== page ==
The TPS62134x synchronous switched-mode power converters are based on DCS-Control™ (direct control with seamless transition into power-save mode), an advanced regulation topology that combines the advantages of hysteretic, voltage-mode, and current-mode control including an AC loop that is directly associated to the output voltage. This control loop uses information about output voltage changes and feeds the information directly to a fast comparator stage. The control loop provides immediate response to dynamic load changes. For accurate DC load regulation, a voltage feedback loop is used. The internally compensated regulation network achieves fast and stable operation with small external components and low ESR capacitors.
The DCS-Control™ topology supports PWM (pulse width modulation) mode for medium and heavy load conditions and a power-save mode (PSM) at light loads. During PWM mode, the devices operate at the nominal switching frequency in continuous conduction mode (CCM). This frequency is approximately 1 MHz (typical) with a controlled frequency variation depending on the input voltage. If the load current decreases, the converter enters PSM to sustain high efficiency down to very light loads. In PSM, the switching frequency decreases linearly with the load current. Because DCS-Control™ supports both operation modes within one single building block, the transition from PWM to PSM is seamless without effects on the output voltage.
When the EN pin is set high, the device begins operation. The EN pin allows sequencing from a host or power-good output of another device.
The devices enter shutdown mode if the EN pin is pulled low with a shutdown current of 2 µA (typical). During shutdown, the internal power MOSFETs as well as the entire control circuitry are turned off. The output capacitor is smoothly discharged by a 20-kΩ internal resistor through the VOS pin. An internal pulldown resistor of approximately 400 kΩ is connected and maintains EN logic low, if the pin is floating. The pulldown resistor is disconnected if the EN pin is high.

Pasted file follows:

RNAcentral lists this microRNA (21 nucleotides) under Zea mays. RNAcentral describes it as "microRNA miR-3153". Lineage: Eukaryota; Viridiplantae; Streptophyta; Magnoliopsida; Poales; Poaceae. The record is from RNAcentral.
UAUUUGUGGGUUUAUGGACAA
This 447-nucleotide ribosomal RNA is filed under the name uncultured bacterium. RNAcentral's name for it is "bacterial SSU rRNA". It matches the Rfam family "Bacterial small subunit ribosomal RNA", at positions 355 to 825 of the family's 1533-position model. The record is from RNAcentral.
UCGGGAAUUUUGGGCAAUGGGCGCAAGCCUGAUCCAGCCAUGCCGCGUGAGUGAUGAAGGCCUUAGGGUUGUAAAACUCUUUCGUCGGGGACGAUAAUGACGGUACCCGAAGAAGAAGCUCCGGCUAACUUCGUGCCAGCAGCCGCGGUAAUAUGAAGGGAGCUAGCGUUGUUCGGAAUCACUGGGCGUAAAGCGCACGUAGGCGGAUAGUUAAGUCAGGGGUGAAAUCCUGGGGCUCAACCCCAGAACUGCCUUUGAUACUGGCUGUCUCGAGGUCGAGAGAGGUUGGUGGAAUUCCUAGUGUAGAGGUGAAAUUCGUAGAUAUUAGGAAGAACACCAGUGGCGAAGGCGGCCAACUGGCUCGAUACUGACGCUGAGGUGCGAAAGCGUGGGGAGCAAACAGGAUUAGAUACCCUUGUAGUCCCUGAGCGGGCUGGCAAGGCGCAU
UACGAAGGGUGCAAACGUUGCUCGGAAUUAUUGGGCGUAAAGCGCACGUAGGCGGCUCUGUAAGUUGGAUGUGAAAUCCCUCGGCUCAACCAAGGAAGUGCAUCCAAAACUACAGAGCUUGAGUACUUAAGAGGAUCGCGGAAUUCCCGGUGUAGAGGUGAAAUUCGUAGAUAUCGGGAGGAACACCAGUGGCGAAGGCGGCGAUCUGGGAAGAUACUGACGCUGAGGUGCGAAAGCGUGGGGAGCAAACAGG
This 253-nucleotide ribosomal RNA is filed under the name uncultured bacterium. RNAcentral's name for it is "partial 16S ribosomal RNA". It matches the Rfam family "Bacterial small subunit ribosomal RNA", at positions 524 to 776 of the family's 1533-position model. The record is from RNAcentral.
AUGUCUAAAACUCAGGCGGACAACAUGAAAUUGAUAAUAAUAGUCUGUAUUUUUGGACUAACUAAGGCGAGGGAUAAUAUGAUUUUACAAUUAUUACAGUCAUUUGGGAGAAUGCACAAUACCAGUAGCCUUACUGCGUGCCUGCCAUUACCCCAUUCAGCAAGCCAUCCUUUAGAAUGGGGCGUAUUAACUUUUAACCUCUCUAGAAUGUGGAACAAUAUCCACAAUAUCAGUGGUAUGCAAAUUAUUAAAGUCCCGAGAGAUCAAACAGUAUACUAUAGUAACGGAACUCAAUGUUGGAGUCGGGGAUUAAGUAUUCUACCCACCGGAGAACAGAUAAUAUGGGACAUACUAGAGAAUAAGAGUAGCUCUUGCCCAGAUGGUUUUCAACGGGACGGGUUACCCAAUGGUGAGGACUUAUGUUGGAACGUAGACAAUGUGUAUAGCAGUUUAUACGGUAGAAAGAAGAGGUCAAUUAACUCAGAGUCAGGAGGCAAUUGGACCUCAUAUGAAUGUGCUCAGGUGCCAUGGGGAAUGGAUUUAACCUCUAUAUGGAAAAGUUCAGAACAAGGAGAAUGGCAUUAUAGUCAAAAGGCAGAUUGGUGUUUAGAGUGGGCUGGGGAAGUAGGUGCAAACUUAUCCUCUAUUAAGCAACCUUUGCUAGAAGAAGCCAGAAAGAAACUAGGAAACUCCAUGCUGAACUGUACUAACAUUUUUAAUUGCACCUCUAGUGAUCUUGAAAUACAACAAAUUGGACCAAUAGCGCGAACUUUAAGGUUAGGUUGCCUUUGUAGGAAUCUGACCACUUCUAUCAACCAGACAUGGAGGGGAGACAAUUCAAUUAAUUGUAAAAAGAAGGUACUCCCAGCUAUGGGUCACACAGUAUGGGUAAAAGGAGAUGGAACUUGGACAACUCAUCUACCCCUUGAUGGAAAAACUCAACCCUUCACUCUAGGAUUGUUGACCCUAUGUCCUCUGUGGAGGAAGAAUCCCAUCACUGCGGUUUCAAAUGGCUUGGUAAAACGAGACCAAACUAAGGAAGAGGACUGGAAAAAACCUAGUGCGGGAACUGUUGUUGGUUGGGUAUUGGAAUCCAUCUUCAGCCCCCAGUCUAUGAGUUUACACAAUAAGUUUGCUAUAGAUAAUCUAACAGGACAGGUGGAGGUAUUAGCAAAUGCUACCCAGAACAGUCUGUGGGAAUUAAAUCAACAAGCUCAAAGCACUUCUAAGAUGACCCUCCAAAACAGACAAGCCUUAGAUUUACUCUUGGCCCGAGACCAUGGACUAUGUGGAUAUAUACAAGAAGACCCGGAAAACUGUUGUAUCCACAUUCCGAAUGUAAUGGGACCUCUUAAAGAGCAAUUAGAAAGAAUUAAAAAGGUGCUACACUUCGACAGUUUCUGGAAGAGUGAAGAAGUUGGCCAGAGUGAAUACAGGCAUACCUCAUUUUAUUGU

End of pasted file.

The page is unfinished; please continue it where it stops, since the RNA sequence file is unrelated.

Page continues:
If the input voltage drops, the undervoltage lockout prevents misoperation of the device by switching off both power MOSFETs. The UVLO threshold is set to 2.7 V (typical). The device is fully operational for voltages above the UVLO threshold and turns off if the input voltage trips the threshold. The converter begins operation again when the input voltage exceeds the threshold by a hysteresis of 200 mV (typical).
The internal soft-start circuitry controls the output-voltage slope during startup. This control avoids excessive inrush current and ensures a controlled output-voltage rise time. The control also prevents unwanted voltage drops from high-impedance power sources or batteries. When the EN pin is set high to begin device operation, the device begins switching after a delay of approximately 50 µs and VO rises up to the nominal value set by the VIDx pins with a slope controlled by an external capacitor connected to the SS pin. Leave the SS pin floating for the fastest startup.
The device can startup into a pre-biased output. During monotonic pre-biased startup, both power MOSFETs are not allowed to turn on until the internal ramp of the device sets an output voltage above the pre-bias voltage.
If the device is in shutdown mode, undervoltage lockout, or thermal shutdown, an internal resistor pulls the SS pin down to ensure a proper low level. Returning from those states causes a new startup sequence.
The TPS62134x family of devices is protected against heavy load and short circuit events. If an output short circuit is detected (VO drops below 0.3 V), the switch current limit is reduced to 1.6 A (typical). If the output voltage rises above 0.4 V, the device operates in normal operation again.
At heavy loads, the current-limit determines the maximum output current. The current-limit supports output currents of 3 A with input voltages below 5 V and 3.2 A with higher input voltages. If the peak current-limit (IL) is reached, the high-side MOSFET is turned off. Avoiding shoot-through current, the low-side MOSFET is switched on to sink the inductor current. The high-side MOSFET turns on again, only if the current in the low-side MOSFET has decreased below the low-side current-limit threshold of 3.2 A (typical).